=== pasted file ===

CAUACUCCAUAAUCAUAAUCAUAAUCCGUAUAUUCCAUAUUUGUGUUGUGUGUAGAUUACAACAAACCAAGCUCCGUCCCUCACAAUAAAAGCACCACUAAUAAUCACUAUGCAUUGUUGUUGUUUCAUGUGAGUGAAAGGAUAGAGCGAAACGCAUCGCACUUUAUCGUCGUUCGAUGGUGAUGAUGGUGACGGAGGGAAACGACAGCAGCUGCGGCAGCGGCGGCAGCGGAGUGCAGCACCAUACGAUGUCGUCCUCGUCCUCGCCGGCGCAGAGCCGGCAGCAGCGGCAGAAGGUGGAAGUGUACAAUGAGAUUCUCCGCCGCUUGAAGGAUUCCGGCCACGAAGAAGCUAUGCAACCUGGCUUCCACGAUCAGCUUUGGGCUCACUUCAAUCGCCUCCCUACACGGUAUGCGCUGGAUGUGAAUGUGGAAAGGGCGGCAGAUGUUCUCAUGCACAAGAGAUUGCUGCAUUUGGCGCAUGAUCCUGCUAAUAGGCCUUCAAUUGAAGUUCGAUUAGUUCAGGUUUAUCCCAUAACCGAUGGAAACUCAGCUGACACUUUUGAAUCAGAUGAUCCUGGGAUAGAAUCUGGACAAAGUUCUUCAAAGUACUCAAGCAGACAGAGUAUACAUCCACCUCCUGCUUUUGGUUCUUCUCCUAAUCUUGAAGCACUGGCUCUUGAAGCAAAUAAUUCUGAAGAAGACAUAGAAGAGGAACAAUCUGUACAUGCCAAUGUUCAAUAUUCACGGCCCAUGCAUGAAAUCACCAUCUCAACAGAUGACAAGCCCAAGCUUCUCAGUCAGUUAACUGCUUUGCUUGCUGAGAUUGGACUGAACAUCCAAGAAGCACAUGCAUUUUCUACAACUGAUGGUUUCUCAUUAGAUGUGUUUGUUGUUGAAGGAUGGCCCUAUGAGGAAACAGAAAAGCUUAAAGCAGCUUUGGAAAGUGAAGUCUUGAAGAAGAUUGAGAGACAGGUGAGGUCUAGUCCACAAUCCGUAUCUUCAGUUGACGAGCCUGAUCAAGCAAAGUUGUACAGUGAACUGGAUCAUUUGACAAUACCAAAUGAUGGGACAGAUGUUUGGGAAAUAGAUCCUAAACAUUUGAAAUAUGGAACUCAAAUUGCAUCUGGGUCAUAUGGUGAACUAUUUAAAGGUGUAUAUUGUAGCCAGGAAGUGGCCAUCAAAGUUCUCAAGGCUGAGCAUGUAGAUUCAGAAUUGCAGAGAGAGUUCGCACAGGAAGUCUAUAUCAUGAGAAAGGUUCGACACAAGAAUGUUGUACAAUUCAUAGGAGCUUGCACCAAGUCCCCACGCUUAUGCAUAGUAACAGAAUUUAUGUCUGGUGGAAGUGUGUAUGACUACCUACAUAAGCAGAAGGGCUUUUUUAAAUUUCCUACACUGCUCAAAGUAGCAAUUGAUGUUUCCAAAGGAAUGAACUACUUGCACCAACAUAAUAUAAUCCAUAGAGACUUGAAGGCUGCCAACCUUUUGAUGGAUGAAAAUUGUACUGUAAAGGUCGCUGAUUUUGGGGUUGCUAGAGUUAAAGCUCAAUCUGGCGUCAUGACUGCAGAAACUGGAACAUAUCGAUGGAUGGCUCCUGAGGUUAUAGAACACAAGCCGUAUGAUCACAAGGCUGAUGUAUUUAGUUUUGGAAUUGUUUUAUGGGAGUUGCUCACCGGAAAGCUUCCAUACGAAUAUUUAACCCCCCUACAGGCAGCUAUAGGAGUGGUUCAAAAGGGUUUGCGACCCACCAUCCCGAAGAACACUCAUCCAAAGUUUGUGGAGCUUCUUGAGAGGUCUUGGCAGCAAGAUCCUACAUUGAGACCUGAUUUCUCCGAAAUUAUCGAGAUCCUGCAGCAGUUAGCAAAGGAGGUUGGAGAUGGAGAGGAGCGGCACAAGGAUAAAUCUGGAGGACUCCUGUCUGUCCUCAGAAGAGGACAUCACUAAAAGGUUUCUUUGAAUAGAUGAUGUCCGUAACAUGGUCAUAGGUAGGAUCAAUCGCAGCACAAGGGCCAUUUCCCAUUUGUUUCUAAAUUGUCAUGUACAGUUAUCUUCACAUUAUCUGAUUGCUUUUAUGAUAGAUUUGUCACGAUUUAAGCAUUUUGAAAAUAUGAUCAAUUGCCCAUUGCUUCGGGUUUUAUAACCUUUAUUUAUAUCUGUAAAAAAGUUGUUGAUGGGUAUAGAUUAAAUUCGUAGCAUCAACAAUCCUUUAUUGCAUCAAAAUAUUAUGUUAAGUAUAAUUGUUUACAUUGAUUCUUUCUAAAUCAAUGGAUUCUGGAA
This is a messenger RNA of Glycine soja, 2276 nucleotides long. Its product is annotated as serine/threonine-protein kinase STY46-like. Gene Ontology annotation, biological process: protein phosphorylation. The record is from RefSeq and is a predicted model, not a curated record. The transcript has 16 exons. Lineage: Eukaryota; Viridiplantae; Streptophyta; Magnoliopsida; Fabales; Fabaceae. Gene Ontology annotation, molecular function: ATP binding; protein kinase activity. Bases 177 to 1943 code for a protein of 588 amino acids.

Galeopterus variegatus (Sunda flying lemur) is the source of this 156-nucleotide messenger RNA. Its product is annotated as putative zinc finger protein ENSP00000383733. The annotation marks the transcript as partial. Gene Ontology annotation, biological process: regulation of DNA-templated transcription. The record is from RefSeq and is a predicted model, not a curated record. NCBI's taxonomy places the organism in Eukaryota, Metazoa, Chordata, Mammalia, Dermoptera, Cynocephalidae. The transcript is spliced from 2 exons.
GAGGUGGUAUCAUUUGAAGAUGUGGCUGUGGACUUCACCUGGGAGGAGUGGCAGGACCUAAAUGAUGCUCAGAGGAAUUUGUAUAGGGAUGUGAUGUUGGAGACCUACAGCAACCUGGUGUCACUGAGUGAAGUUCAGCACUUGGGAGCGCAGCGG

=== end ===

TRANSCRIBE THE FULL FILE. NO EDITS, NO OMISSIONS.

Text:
CAUACUCCAUAAUCAUAAUCAUAAUCCGUAUAUUCCAUAUUUGUGUUGUGUGUAGAUUACAACAAACCAAGCUCCGUCCCUCACAAUAAAAGCACCACUAAUAAUCACUAUGCAUUGUUGUUGUUUCAUGUGAGUGAAAGGAUAGAGCGAAACGCAUCGCACUUUAUCGUCGUUCGAUGGUGAUGAUGGUGACGGAGGGAAACGACAGCAGCUGCGGCAGCGGCGGCAGCGGAGUGCAGCACCAUACGAUGUCGUCCUCGUCCUCGCCGGCGCAGAGCCGGCAGCAGCGGCAGAAGGUGGAAGUGUACAAUGAGAUUCUCCGCCGCUUGAAGGAUUCCGGCCACGAAGAAGCUAUGCAACCUGGCUUCCACGAUCAGCUUUGGGCUCACUUCAAUCGCCUCCCUACACGGUAUGCGCUGGAUGUGAAUGUGGAAAGGGCGGCAGAUGUUCUCAUGCACAAGAGAUUGCUGCAUUUGGCGCAUGAUCCUGCUAAUAGGCCUUCAAUUGAAGUUCGAUUAGUUCAGGUUUAUCCCAUAACCGAUGGAAACUCAGCUGACACUUUUGAAUCAGAUGAUCCUGGGAUAGAAUCUGGACAAAGUUCUUCAAAGUACUCAAGCAGACAGAGUAUACAUCCACCUCCUGCUUUUGGUUCUUCUCCUAAUCUUGAAGCACUGGCUCUUGAAGCAAAUAAUUCUGAAGAAGACAUAGAAGAGGAACAAUCUGUACAUGCCAAUGUUCAAUAUUCACGGCCCAUGCAUGAAAUCACCAUCUCAACAGAUGACAAGCCCAAGCUUCUCAGUCAGUUAACUGCUUUGCUUGCUGAGAUUGGACUGAACAUCCAAGAAGCACAUGCAUUUUCUACAACUGAUGGUUUCUCAUUAGAUGUGUUUGUUGUUGAAGGAUGGCCCUAUGAGGAAACAGAAAAGCUUAAAGCAGCUUUGGAAAGUGAAGUCUUGAAGAAGAUUGAGAGACAGGUGAGGUCUAGUCCACAAUCCGUAUCUUCAGUUGACGAGCCUGAUCAAGCAAAGUUGUACAGUGAACUGGAUCAUUUGACAAUACCAAAUGAUGGGACAGAUGUUUGGGAAAUAGAUCCUAAACAUUUGAAAUAUGGAACUCAAAUUGCAUCUGGGUCAUAUGGUGAACUAUUUAAAGGUGUAUAUUGUAGCCAGGAAGUGGCCAUCAAAGUUCUCAAGGCUGAGCAUGUAGAUUCAGAAUUGCAGAGAGAGUUCGCACAGGAAGUCUAUAUCAUGAGAAAGGUUCGACACAAGAAUGUUGUACAAUUCAUAGGAGCUUGCACCAAGUCCCCACGCUUAUGCAUAGUAACAGAAUUUAUGUCUGGUGGAAGUGUGUAUGACUACCUACAUAAGCAGAAGGGCUUUUUUAAAUUUCCUACACUGCUCAAAGUAGCAAUUGAUGUUUCCAAAGGAAUGAACUACUUGCACCAACAUAAUAUAAUCCAUAGAGACUUGAAGGCUGCCAACCUUUUGAUGGAUGAAAAUUGUACUGUAAAGGUCGCUGAUUUUGGGGUUGCUAGAGUUAAAGCUCAAUCUGGCGUCAUGACUGCAGAAACUGGAACAUAUCGAUGGAUGGCUCCUGAGGUUAUAGAACACAAGCCGUAUGAUCACAAGGCUGAUGUAUUUAGUUUUGGAAUUGUUUUAUGGGAGUUGCUCACCGGAAAGCUUCCAUACGAAUAUUUAACCCCCCUACAGGCAGCUAUAGGAGUGGUUCAAAAGGGUUUGCGACCCACCAUCCCGAAGAACACUCAUCCAAAGUUUGUGGAGCUUCUUGAGAGGUCUUGGCAGCAAGAUCCUACAUUGAGACCUGAUUUCUCCGAAAUUAUCGAGAUCCUGCAGCAGUUAGCAAAGGAGGUUGGAGAUGGAGAGGAGCGGCACAAGGAUAAAUCUGGAGGACUCCUGUCUGUCCUCAGAAGAGGACAUCACUAAAAGGUUUCUUUGAAUAGAUGAUGUCCGUAACAUGGUCAUAGGUAGGAUCAAUCGCAGCACAAGGGCCAUUUCCCAUUUGUUUCUAAAUUGUCAUGUACAGUUAUCUUCACAUUAUCUGAUUGCUUUUAUGAUAGAUUUGUCACGAUUUAAGCAUUUUGAAAAUAUGAUCAAUUGCCCAUUGCUUCGGGUUUUAUAACCUUUAUUUAUAUCUGUAAAAAAGUUGUUGAUGGGUAUAGAUUAAAUUCGUAGCAUCAACAAUCCUUUAUUGCAUCAAAAUAUUAUGUUAAGUAUAAUUGUUUACAUUGAUUCUUUCUAAAUCAAUGGAUUCUGGAA
This is a messenger RNA of Glycine soja, 2276 nucleotides long. Its product is annotated as serine/threonine-protein kinase STY46-like. Gene Ontology annotation, biological process: protein phosphorylation. The record is from RefSeq and is a predicted model, not a curated record. The transcript has 16 exons. Lineage: Eukaryota; Viridiplantae; Streptophyta; Magnoliopsida; Fabales; Fabaceae. Gene Ontology annotation, molecular function: ATP binding; protein kinase activity. Bases 177 to 1943 code for a protein of 588 amino acids.

Galeopterus variegatus (Sunda flying lemur) is the source of this 156-nucleotide messenger RNA. Its product is annotated as putative zinc finger protein ENSP00000383733. The annotation marks the transcript as partial. Gene Ontology annotation, biological process: regulation of DNA-templated transcription. The record is from RefSeq and is a predicted model, not a curated record. NCBI's taxonomy places the organism in Eukaryota, Metazoa, Chordata, Mammalia, Dermoptera, Cynocephalidae. The transcript is spliced from 2 exons.
GAGGUGGUAUCAUUUGAAGAUGUGGCUGUGGACUUCACCUGGGAGGAGUGGCAGGACCUAAAUGAUGCUCAGAGGAAUUUGUAUAGGGAUGUGAUGUUGGAGACCUACAGCAACCUGGUGUCACUGAGUGAAGUUCAGCACUUGGGAGCGCAGCGG